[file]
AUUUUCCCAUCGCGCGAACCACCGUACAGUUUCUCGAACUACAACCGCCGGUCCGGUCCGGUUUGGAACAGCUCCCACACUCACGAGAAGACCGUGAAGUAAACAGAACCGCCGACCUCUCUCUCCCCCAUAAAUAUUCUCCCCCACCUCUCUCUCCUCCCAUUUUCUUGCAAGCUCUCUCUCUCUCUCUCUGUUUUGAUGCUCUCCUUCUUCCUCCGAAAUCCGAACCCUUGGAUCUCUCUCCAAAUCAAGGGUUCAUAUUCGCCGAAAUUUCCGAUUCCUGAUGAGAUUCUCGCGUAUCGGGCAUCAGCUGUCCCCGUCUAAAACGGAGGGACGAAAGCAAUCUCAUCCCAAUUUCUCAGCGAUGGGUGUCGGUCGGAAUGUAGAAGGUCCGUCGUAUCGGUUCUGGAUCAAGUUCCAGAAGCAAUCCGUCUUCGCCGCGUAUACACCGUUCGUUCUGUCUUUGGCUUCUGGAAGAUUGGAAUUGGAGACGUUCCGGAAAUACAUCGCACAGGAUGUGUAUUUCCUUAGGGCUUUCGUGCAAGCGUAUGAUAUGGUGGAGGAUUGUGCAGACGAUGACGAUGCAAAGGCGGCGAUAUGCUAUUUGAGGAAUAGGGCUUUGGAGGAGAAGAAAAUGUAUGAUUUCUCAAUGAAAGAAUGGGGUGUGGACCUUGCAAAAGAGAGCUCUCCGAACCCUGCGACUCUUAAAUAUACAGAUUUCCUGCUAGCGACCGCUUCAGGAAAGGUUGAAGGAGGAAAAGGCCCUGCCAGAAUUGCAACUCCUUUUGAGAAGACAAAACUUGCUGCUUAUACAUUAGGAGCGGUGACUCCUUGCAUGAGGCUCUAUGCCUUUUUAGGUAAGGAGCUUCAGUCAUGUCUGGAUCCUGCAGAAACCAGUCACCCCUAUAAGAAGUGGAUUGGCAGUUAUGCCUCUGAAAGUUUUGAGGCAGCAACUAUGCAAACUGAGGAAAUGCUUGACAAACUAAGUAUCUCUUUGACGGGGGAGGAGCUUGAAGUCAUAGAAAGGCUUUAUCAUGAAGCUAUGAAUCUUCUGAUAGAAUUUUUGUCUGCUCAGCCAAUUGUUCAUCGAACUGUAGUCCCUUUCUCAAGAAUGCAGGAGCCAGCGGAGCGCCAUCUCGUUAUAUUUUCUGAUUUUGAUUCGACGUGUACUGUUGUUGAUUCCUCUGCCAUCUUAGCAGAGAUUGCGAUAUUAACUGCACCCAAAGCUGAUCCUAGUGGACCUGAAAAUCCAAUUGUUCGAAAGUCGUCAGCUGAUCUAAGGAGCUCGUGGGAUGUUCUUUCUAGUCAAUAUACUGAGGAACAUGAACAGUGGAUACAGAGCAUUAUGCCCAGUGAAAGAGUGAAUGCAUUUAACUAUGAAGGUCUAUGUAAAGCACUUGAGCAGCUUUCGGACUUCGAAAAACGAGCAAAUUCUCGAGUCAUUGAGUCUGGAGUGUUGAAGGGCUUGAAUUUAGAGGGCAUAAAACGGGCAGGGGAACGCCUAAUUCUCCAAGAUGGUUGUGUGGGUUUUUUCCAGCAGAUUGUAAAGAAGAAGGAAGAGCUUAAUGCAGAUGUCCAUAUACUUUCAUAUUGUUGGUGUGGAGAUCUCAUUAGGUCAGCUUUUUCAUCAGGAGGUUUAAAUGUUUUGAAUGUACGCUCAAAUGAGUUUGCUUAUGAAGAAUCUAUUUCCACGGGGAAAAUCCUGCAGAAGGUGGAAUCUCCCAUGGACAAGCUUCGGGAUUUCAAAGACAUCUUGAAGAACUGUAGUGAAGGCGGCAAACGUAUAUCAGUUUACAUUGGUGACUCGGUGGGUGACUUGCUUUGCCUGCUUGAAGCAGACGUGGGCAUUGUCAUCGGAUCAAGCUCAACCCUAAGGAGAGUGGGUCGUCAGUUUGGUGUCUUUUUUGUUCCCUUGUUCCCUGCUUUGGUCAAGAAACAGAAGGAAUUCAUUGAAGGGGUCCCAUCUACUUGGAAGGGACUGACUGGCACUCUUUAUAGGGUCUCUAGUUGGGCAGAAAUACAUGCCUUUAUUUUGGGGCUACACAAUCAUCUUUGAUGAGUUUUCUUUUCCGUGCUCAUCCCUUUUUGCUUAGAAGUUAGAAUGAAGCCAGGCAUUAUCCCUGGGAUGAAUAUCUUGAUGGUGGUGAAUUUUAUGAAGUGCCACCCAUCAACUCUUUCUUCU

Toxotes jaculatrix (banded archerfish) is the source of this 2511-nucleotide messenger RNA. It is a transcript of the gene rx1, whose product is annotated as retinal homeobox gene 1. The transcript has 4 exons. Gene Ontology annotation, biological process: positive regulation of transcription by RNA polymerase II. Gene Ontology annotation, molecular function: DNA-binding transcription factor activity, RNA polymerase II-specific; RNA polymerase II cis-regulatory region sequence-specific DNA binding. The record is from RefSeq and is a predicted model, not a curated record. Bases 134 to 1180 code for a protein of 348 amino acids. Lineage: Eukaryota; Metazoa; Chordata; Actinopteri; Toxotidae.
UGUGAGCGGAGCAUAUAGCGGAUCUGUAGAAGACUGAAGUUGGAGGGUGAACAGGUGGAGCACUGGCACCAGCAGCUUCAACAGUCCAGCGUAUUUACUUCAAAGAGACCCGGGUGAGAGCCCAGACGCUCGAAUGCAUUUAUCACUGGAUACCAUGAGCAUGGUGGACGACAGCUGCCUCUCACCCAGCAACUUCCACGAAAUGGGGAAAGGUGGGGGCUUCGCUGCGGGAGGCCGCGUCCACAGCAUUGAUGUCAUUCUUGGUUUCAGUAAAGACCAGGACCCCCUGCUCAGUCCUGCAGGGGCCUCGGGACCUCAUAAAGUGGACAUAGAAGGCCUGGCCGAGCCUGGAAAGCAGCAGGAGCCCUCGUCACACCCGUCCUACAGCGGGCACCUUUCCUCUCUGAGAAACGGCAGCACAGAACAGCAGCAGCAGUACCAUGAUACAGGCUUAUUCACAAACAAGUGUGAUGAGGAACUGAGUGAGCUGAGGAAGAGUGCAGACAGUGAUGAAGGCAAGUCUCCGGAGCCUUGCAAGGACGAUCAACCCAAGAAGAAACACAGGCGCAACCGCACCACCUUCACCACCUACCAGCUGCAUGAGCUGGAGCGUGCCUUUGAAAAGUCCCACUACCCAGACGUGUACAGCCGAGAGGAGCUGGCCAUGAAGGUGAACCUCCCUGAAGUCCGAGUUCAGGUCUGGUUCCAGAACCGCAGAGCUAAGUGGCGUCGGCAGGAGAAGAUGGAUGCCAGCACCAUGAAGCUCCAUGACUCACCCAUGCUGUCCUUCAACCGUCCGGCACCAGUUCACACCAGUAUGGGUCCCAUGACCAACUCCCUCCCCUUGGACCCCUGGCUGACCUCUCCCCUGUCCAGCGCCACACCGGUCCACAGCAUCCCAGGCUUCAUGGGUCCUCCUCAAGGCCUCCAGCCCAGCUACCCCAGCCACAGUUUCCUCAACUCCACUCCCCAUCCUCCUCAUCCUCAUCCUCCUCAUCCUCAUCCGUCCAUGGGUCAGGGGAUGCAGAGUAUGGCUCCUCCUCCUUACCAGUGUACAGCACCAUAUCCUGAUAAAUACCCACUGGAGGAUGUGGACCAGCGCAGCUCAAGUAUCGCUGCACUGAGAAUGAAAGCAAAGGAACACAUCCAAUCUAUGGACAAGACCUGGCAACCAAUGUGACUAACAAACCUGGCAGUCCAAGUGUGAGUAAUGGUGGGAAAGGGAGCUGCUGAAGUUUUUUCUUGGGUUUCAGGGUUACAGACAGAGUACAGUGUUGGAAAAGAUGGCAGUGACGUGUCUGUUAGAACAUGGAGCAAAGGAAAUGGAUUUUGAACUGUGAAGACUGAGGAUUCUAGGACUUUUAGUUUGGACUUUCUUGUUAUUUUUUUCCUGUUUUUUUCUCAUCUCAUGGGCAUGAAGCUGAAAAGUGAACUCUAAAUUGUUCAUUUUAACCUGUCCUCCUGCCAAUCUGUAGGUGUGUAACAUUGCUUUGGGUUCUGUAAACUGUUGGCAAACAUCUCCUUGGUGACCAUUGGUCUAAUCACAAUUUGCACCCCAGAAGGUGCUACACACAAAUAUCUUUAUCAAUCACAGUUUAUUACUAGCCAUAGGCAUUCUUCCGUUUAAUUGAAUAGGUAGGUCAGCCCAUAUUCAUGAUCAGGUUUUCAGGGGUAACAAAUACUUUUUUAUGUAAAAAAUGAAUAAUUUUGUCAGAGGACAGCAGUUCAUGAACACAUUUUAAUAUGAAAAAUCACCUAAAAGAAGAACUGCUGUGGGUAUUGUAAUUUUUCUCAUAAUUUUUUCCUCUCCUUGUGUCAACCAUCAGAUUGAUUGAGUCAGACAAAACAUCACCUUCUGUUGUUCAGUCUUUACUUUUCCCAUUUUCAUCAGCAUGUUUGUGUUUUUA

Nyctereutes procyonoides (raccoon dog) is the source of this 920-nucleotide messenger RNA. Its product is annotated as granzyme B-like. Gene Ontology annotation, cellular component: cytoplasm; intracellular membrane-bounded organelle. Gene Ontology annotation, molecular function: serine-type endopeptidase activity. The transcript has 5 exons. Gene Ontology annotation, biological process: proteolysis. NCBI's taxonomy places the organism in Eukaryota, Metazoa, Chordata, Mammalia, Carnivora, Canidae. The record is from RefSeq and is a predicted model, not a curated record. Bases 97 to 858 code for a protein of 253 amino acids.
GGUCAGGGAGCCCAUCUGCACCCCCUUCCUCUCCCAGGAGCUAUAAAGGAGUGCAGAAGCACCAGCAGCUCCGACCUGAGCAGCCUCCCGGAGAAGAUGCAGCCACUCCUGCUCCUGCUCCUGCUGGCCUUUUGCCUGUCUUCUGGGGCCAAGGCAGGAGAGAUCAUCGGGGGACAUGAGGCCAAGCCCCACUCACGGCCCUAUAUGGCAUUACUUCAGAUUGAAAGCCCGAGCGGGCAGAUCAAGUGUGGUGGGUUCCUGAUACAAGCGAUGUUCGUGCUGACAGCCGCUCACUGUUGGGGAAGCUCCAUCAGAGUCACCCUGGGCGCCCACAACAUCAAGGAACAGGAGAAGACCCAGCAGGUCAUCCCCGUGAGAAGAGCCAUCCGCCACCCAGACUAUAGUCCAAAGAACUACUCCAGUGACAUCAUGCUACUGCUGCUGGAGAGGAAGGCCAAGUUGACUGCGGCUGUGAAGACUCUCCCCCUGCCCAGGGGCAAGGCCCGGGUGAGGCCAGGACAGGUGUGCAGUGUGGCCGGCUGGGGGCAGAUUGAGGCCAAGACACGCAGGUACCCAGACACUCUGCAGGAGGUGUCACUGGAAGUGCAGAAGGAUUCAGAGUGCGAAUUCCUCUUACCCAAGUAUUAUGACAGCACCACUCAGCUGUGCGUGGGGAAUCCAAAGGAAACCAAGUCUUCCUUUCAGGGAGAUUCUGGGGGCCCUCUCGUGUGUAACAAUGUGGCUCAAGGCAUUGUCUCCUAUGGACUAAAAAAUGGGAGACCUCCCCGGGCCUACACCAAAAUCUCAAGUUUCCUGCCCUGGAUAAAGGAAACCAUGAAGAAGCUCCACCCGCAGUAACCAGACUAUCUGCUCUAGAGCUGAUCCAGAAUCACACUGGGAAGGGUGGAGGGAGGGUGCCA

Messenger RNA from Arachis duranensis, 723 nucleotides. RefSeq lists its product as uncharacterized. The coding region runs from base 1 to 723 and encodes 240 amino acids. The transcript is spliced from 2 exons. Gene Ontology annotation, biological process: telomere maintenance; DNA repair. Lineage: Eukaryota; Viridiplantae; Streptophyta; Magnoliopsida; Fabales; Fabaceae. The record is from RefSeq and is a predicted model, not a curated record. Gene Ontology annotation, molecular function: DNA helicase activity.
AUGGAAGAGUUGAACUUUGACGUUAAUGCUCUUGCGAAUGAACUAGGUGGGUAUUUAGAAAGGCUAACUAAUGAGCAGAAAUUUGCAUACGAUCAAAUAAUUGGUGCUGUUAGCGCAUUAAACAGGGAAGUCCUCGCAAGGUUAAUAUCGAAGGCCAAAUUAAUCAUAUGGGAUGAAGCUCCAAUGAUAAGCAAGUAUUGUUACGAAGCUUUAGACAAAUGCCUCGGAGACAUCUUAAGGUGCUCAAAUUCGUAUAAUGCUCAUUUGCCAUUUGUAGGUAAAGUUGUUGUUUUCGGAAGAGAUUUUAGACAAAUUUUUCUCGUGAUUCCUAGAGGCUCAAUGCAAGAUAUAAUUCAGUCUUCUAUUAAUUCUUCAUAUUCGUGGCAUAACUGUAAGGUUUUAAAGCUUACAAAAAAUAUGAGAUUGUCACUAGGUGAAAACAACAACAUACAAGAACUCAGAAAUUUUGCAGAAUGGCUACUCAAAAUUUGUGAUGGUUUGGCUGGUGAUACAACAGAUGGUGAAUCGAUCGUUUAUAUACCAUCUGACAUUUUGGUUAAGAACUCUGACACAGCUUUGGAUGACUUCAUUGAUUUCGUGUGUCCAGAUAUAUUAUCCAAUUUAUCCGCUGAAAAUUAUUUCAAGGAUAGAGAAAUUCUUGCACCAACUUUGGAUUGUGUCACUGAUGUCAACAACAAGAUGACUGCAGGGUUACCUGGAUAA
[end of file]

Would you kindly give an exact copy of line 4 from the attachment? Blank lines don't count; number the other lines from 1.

Nyctereutes procyonoides (raccoon dog) is the source of this 920-nucleotide messenger RNA. Its product is annotated as granzyme B-like. Gene Ontology annotation, cellular component: cytoplasm; intracellular membrane-bounded organelle. Gene Ontology annotation, molecular function: serine-type endopeptidase activity. The transcript has 5 exons. Gene Ontology annotation, biological process: proteolysis. NCBI's taxonomy places the organism in Eukaryota, Metazoa, Chordata, Mammalia, Carnivora, Canidae. The record is from RefSeq and is a predicted model, not a curated record. Bases 97 to 858 code for a protein of 253 amino acids.